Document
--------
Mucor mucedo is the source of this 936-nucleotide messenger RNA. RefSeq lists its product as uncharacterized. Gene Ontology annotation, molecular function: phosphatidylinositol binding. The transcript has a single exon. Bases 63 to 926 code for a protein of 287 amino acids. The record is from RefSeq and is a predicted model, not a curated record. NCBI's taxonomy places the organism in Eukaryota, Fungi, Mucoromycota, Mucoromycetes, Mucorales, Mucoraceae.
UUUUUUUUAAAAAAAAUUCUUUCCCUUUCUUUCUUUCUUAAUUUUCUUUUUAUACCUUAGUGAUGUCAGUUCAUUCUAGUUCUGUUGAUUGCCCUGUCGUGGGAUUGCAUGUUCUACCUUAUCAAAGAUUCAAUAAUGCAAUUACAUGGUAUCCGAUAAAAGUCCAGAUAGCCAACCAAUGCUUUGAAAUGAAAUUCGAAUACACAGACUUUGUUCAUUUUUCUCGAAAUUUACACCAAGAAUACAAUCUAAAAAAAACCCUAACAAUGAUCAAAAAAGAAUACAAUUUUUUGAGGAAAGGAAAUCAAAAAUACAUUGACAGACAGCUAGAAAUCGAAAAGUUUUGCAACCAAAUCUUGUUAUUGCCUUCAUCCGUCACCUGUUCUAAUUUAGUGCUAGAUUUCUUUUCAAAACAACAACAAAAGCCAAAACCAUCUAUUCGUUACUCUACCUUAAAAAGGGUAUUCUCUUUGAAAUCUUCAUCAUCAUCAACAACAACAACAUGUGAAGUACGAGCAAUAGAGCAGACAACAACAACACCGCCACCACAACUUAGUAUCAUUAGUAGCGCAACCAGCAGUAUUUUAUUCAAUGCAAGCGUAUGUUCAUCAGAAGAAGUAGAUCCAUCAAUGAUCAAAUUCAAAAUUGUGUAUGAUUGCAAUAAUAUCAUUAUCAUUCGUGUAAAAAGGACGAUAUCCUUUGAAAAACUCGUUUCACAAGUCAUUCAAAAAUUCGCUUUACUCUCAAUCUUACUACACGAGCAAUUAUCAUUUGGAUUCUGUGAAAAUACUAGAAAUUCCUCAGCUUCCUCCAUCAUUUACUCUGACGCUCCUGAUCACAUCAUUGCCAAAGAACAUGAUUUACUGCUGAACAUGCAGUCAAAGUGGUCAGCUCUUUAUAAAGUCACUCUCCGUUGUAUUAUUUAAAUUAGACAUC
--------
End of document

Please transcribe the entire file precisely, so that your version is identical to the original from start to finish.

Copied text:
Mucor mucedo is the source of this 936-nucleotide messenger RNA. RefSeq lists its product as uncharacterized. Gene Ontology annotation, molecular function: phosphatidylinositol binding. The transcript has a single exon. Bases 63 to 926 code for a protein of 287 amino acids. The record is from RefSeq and is a predicted model, not a curated record. NCBI's taxonomy places the organism in Eukaryota, Fungi, Mucoromycota, Mucoromycetes, Mucorales, Mucoraceae.
UUUUUUUUAAAAAAAAUUCUUUCCCUUUCUUUCUUUCUUAAUUUUCUUUUUAUACCUUAGUGAUGUCAGUUCAUUCUAGUUCUGUUGAUUGCCCUGUCGUGGGAUUGCAUGUUCUACCUUAUCAAAGAUUCAAUAAUGCAAUUACAUGGUAUCCGAUAAAAGUCCAGAUAGCCAACCAAUGCUUUGAAAUGAAAUUCGAAUACACAGACUUUGUUCAUUUUUCUCGAAAUUUACACCAAGAAUACAAUCUAAAAAAAACCCUAACAAUGAUCAAAAAAGAAUACAAUUUUUUGAGGAAAGGAAAUCAAAAAUACAUUGACAGACAGCUAGAAAUCGAAAAGUUUUGCAACCAAAUCUUGUUAUUGCCUUCAUCCGUCACCUGUUCUAAUUUAGUGCUAGAUUUCUUUUCAAAACAACAACAAAAGCCAAAACCAUCUAUUCGUUACUCUACCUUAAAAAGGGUAUUCUCUUUGAAAUCUUCAUCAUCAUCAACAACAACAACAUGUGAAGUACGAGCAAUAGAGCAGACAACAACAACACCGCCACCACAACUUAGUAUCAUUAGUAGCGCAACCAGCAGUAUUUUAUUCAAUGCAAGCGUAUGUUCAUCAGAAGAAGUAGAUCCAUCAAUGAUCAAAUUCAAAAUUGUGUAUGAUUGCAAUAAUAUCAUUAUCAUUCGUGUAAAAAGGACGAUAUCCUUUGAAAAACUCGUUUCACAAGUCAUUCAAAAAUUCGCUUUACUCUCAAUCUUACUACACGAGCAAUUAUCAUUUGGAUUCUGUGAAAAUACUAGAAAUUCCUCAGCUUCCUCCAUCAUUUACUCUGACGCUCCUGAUCACAUCAUUGCCAAAGAACAUGAUUUACUGCUGAACAUGCAGUCAAAGUGGUCAGCUCUUUAUAAAGUCACUCUCCGUUGUAUUAUUUAAAUUAGACAUC